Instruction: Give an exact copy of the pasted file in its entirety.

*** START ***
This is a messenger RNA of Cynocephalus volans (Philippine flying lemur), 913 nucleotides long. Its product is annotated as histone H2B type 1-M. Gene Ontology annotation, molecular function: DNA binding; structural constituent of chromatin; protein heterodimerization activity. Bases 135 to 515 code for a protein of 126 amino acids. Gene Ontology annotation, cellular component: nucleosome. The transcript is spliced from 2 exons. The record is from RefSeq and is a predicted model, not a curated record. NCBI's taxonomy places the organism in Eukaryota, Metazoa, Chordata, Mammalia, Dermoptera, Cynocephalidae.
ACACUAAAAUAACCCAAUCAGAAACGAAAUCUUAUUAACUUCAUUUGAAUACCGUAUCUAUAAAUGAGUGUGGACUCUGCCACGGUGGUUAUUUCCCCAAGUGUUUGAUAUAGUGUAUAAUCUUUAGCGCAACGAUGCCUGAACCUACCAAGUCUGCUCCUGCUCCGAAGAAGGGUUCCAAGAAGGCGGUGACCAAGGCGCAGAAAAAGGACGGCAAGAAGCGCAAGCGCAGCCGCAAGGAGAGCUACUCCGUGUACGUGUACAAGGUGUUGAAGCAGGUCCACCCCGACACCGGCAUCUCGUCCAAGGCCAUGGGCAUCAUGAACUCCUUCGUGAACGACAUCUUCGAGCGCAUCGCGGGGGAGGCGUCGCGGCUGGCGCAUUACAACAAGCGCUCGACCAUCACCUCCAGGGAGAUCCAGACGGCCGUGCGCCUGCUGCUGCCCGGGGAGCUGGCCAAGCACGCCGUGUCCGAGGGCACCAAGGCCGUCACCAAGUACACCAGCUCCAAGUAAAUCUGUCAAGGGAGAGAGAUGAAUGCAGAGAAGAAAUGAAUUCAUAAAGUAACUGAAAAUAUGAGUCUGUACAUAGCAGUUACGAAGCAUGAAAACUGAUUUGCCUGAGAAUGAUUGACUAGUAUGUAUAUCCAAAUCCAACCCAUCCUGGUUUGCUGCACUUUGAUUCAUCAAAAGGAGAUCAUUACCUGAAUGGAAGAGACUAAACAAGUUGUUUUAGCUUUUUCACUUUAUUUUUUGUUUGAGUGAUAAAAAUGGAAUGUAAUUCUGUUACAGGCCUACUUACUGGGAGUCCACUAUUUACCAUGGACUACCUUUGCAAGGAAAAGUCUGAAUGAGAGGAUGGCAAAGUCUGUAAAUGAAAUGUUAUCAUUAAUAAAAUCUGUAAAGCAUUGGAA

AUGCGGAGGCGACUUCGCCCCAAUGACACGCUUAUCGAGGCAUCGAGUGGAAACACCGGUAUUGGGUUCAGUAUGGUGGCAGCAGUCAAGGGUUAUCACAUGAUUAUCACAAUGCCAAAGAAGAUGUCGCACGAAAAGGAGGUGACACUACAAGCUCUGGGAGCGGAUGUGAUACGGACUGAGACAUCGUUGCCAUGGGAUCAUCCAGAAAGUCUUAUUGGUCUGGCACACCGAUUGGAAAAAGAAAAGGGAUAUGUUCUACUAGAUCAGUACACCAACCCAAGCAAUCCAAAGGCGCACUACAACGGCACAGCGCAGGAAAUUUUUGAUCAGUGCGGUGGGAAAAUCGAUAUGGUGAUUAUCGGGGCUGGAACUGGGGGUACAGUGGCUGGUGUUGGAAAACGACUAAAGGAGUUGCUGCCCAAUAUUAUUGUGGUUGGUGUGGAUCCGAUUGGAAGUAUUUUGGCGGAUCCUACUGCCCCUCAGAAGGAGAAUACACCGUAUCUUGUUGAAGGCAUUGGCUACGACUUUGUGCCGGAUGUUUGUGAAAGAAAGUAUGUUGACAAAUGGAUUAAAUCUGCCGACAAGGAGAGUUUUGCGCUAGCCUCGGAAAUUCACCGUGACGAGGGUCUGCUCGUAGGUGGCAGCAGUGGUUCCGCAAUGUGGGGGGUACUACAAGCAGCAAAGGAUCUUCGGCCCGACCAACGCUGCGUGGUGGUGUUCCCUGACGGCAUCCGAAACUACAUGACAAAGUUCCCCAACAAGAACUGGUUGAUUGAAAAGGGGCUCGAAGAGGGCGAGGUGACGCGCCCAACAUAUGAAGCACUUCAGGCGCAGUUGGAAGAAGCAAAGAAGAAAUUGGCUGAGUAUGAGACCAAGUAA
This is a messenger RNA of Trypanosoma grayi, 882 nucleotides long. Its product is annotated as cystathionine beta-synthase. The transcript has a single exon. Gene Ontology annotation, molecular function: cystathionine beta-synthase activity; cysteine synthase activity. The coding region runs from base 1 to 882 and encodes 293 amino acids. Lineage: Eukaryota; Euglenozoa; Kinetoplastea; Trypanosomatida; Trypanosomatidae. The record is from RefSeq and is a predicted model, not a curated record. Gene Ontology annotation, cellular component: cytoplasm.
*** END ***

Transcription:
This is a messenger RNA of Cynocephalus volans (Philippine flying lemur), 913 nucleotides long. Its product is annotated as histone H2B type 1-M. Gene Ontology annotation, molecular function: DNA binding; structural constituent of chromatin; protein heterodimerization activity. Bases 135 to 515 code for a protein of 126 amino acids. Gene Ontology annotation, cellular component: nucleosome. The transcript is spliced from 2 exons. The record is from RefSeq and is a predicted model, not a curated record. NCBI's taxonomy places the organism in Eukaryota, Metazoa, Chordata, Mammalia, Dermoptera, Cynocephalidae.
ACACUAAAAUAACCCAAUCAGAAACGAAAUCUUAUUAACUUCAUUUGAAUACCGUAUCUAUAAAUGAGUGUGGACUCUGCCACGGUGGUUAUUUCCCCAAGUGUUUGAUAUAGUGUAUAAUCUUUAGCGCAACGAUGCCUGAACCUACCAAGUCUGCUCCUGCUCCGAAGAAGGGUUCCAAGAAGGCGGUGACCAAGGCGCAGAAAAAGGACGGCAAGAAGCGCAAGCGCAGCCGCAAGGAGAGCUACUCCGUGUACGUGUACAAGGUGUUGAAGCAGGUCCACCCCGACACCGGCAUCUCGUCCAAGGCCAUGGGCAUCAUGAACUCCUUCGUGAACGACAUCUUCGAGCGCAUCGCGGGGGAGGCGUCGCGGCUGGCGCAUUACAACAAGCGCUCGACCAUCACCUCCAGGGAGAUCCAGACGGCCGUGCGCCUGCUGCUGCCCGGGGAGCUGGCCAAGCACGCCGUGUCCGAGGGCACCAAGGCCGUCACCAAGUACACCAGCUCCAAGUAAAUCUGUCAAGGGAGAGAGAUGAAUGCAGAGAAGAAAUGAAUUCAUAAAGUAACUGAAAAUAUGAGUCUGUACAUAGCAGUUACGAAGCAUGAAAACUGAUUUGCCUGAGAAUGAUUGACUAGUAUGUAUAUCCAAAUCCAACCCAUCCUGGUUUGCUGCACUUUGAUUCAUCAAAAGGAGAUCAUUACCUGAAUGGAAGAGACUAAACAAGUUGUUUUAGCUUUUUCACUUUAUUUUUUGUUUGAGUGAUAAAAAUGGAAUGUAAUUCUGUUACAGGCCUACUUACUGGGAGUCCACUAUUUACCAUGGACUACCUUUGCAAGGAAAAGUCUGAAUGAGAGGAUGGCAAAGUCUGUAAAUGAAAUGUUAUCAUUAAUAAAAUCUGUAAAGCAUUGGAA

AUGCGGAGGCGACUUCGCCCCAAUGACACGCUUAUCGAGGCAUCGAGUGGAAACACCGGUAUUGGGUUCAGUAUGGUGGCAGCAGUCAAGGGUUAUCACAUGAUUAUCACAAUGCCAAAGAAGAUGUCGCACGAAAAGGAGGUGACACUACAAGCUCUGGGAGCGGAUGUGAUACGGACUGAGACAUCGUUGCCAUGGGAUCAUCCAGAAAGUCUUAUUGGUCUGGCACACCGAUUGGAAAAAGAAAAGGGAUAUGUUCUACUAGAUCAGUACACCAACCCAAGCAAUCCAAAGGCGCACUACAACGGCACAGCGCAGGAAAUUUUUGAUCAGUGCGGUGGGAAAAUCGAUAUGGUGAUUAUCGGGGCUGGAACUGGGGGUACAGUGGCUGGUGUUGGAAAACGACUAAAGGAGUUGCUGCCCAAUAUUAUUGUGGUUGGUGUGGAUCCGAUUGGAAGUAUUUUGGCGGAUCCUACUGCCCCUCAGAAGGAGAAUACACCGUAUCUUGUUGAAGGCAUUGGCUACGACUUUGUGCCGGAUGUUUGUGAAAGAAAGUAUGUUGACAAAUGGAUUAAAUCUGCCGACAAGGAGAGUUUUGCGCUAGCCUCGGAAAUUCACCGUGACGAGGGUCUGCUCGUAGGUGGCAGCAGUGGUUCCGCAAUGUGGGGGGUACUACAAGCAGCAAAGGAUCUUCGGCCCGACCAACGCUGCGUGGUGGUGUUCCCUGACGGCAUCCGAAACUACAUGACAAAGUUCCCCAACAAGAACUGGUUGAUUGAAAAGGGGCUCGAAGAGGGCGAGGUGACGCGCCCAACAUAUGAAGCACUUCAGGCGCAGUUGGAAGAAGCAAAGAAGAAAUUGGCUGAGUAUGAGACCAAGUAA
This is a messenger RNA of Trypanosoma grayi, 882 nucleotides long. Its product is annotated as cystathionine beta-synthase. The transcript has a single exon. Gene Ontology annotation, molecular function: cystathionine beta-synthase activity; cysteine synthase activity. The coding region runs from base 1 to 882 and encodes 293 amino acids. Lineage: Eukaryota; Euglenozoa; Kinetoplastea; Trypanosomatida; Trypanosomatidae. The record is from RefSeq and is a predicted model, not a curated record. Gene Ontology annotation, cellular component: cytoplasm.